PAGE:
Opioids are a class of drugs that stimulate the opioid receptors in your brain to block pain signals being sent by your body. Because these receptors are linked to the reward centers in your brain, opioids can also produce a feeling of euphoria.
Some forms of opioids are available legally as medications prescribed by your doctor to treat moderate to severe pain. Other forms of opioids are considered illegal drugs, such as heroin.
Although opioid medications are effective for pain relief, they also come with significant risks. According to the Centers for Disease Control and Prevention (CDC), taking opioids for as little as four days—even when taken as prescribed by your doctor—increases your risk of addiction. Prescription opioids are especially dangerous when taken more often or in a larger quantity than prescribed by your doctor, or when taken without a doctor’s oversight.
Common Side Effects of Opioids
In addition to pain relief and a feeling of euphoria, opioids can produce the following side effects:
- Slowed breathing, brain activity, and heart rate
- Lack of appetite and thirst
- Decreased sexual desire
Opioid Tolerance, Dependence, and Addiction
If you take opioids for longer than three days, your brain may begin to get used to its opioid receptors being stimulated, which will cause your tolerance to go up. This means you will need a higher dose of the opioid to achieve the same effects. With time, you may become physically dependent on and/or addicted to the opioid, and you will experience withdrawal if you stop taking it. Symptoms of withdrawal, which can begin as soon as four to six hours after the last dose, include:
- Anxiety and agitation
- Muscle weakness and cramps
- Nausea, vomiting, and diarrhea
- Tremors, chills, and sweating
- Intense cravings
Because opioids can restrict your ability to breathe (slowing or even stopping your breathing), misuse of opioids can lead to a fatal overdose. That risk is higher if you haven’t taken opioids before or if you are taking other medications or drugs that interact with opioids.
Prescription Opioids Can Be a Gateway to Addiction
There are many entry points for opioid misuse and addiction, with prescription opioids continuing to play a significant role. Research shows that nearly 80% of heroin users report they first misused prescription opioids prior to heroin.1
Although everyone who takes prescription opioids is at risk for addiction, that risk is higher for some people than others. Unfortunately, most people don’t know their risk for addiction before an opioid is prescribed to them.
Risk Factors for Opioid Addiction
There are many known factors associated with increased risk for opioid addiction (also called Opioid Use Disorder, or OUD). They include psychological factors, such as childhood trauma or mental health conditions like anxiety or depression; environmental factors, such as growing up or living in high-stress environments; and biological factors, such as family or personal history of substance abuse.2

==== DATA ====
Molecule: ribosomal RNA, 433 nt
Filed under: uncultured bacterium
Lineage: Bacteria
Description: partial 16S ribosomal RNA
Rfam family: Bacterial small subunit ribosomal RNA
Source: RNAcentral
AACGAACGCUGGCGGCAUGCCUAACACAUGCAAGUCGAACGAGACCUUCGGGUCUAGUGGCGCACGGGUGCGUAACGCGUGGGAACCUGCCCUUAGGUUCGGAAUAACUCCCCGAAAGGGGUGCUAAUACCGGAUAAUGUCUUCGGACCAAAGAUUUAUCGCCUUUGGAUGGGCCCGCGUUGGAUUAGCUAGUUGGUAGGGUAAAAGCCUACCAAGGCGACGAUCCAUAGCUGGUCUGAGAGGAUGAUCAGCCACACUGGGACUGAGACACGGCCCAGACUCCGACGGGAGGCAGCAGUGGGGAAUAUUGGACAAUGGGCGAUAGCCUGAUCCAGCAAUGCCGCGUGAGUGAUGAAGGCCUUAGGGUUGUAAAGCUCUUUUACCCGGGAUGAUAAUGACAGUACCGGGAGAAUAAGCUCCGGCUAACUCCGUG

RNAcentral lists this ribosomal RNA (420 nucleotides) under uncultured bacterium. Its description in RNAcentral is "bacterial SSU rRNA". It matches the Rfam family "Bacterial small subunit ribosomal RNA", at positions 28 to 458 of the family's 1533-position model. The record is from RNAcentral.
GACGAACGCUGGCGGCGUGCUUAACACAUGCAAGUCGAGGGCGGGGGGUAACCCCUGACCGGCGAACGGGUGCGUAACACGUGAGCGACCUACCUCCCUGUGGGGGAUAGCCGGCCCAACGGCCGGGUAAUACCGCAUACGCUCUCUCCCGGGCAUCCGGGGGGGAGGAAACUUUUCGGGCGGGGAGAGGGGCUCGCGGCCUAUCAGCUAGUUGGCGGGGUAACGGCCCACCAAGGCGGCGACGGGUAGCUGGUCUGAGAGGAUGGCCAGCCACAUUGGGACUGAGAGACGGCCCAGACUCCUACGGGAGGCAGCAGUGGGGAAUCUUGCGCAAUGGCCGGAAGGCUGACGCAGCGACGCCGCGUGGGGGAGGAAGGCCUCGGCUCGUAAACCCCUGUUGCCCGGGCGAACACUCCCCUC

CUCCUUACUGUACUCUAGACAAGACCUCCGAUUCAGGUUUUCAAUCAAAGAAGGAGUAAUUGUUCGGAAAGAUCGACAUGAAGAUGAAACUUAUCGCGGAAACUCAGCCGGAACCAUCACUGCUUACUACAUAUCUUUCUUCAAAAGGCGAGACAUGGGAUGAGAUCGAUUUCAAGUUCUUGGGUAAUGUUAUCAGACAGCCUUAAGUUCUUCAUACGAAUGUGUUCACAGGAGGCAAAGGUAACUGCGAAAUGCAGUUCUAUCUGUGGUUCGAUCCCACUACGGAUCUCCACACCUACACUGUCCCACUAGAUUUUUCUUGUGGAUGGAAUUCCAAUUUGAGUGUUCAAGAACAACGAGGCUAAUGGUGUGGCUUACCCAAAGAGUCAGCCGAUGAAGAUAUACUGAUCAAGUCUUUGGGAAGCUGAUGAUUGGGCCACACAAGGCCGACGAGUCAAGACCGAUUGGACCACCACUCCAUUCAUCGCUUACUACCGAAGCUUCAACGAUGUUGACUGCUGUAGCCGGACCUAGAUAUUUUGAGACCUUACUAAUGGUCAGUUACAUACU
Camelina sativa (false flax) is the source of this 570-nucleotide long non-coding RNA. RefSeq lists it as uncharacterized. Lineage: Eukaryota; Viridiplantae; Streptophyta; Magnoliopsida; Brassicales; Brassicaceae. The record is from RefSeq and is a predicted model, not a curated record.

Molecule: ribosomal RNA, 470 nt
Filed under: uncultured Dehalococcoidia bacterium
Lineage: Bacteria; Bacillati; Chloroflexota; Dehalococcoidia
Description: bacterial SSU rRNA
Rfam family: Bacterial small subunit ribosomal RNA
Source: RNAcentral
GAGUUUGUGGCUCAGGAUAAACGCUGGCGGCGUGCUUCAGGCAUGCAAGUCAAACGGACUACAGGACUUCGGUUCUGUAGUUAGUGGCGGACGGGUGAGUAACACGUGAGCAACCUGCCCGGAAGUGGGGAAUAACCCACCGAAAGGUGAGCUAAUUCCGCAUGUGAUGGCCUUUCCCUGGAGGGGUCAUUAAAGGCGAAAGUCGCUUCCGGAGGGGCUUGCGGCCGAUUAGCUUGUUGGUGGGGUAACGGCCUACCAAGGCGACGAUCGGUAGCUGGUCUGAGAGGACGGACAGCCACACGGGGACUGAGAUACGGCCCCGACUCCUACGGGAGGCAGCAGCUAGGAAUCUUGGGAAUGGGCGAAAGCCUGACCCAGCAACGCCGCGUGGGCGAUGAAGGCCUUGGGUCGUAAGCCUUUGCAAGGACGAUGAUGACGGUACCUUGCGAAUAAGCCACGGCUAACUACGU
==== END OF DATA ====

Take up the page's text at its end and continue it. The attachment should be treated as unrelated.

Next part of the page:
To account for these risk factors, your physician will review your medical history, conduct a complete clinical evaluation, and may have you complete a risk questionnaire prior to prescribing opioids to you. It’s important to be as honest and thorough as you can when providing information to your doctor, including disclosing past or present drug use and personal or family history of addiction.
Another key factor is your genetics, which research has shown can account for up to 70% of overall risk for OUD.3 However, until recently, physicians and their patients didn’t have a clinically validated way to assess genetic risk for OUD. But thanks to recent scientific advances, genetic risk assessment is now available.
Know Your Genetic Risk for Opioid Use Disorder
When use of prescription opioids to treat acute pain (pain expected to last <30 days) is being considered, it’s important that you and your doctor understand your genetic risk for opioid addiction before a pain prescription is written.
AvertD™ is a clinically validated test that identifies an individual’s genetic risk for developing OUD. The physician-ordered test requires only a simple cheek swab sample and analyzes 15 genetic markers involved in the brain reward pathways associated with addiction to identify if a patient is at high or low genetic risk for OUD. Having this personalized risk information allows you and your doctor to make more informed decisions about whether the use of prescription opioids to treat acute pain is appropriate for you.
Do you know your genetic risk for opioid addiction? To learn more about AvertD, visit avertdtest.com.
1Heroin DrugFacts. National Institute on Drug Abuse. Available online at: https://nida.nih.gov/publications/drugfacts/heroin
2St Marie B. Assessing Patients’ Risk for Opioid Use Disorder. AACN Adv Crit Care. 2019;30(4):343-352. doi:10.4037/aacnacc2019931
3Bevilacqua L, Goldman D. Genes and addictions. Clin Pharmacol Ther. 2009; 85(4):359–361. doi:10.1038/clpt.2009.6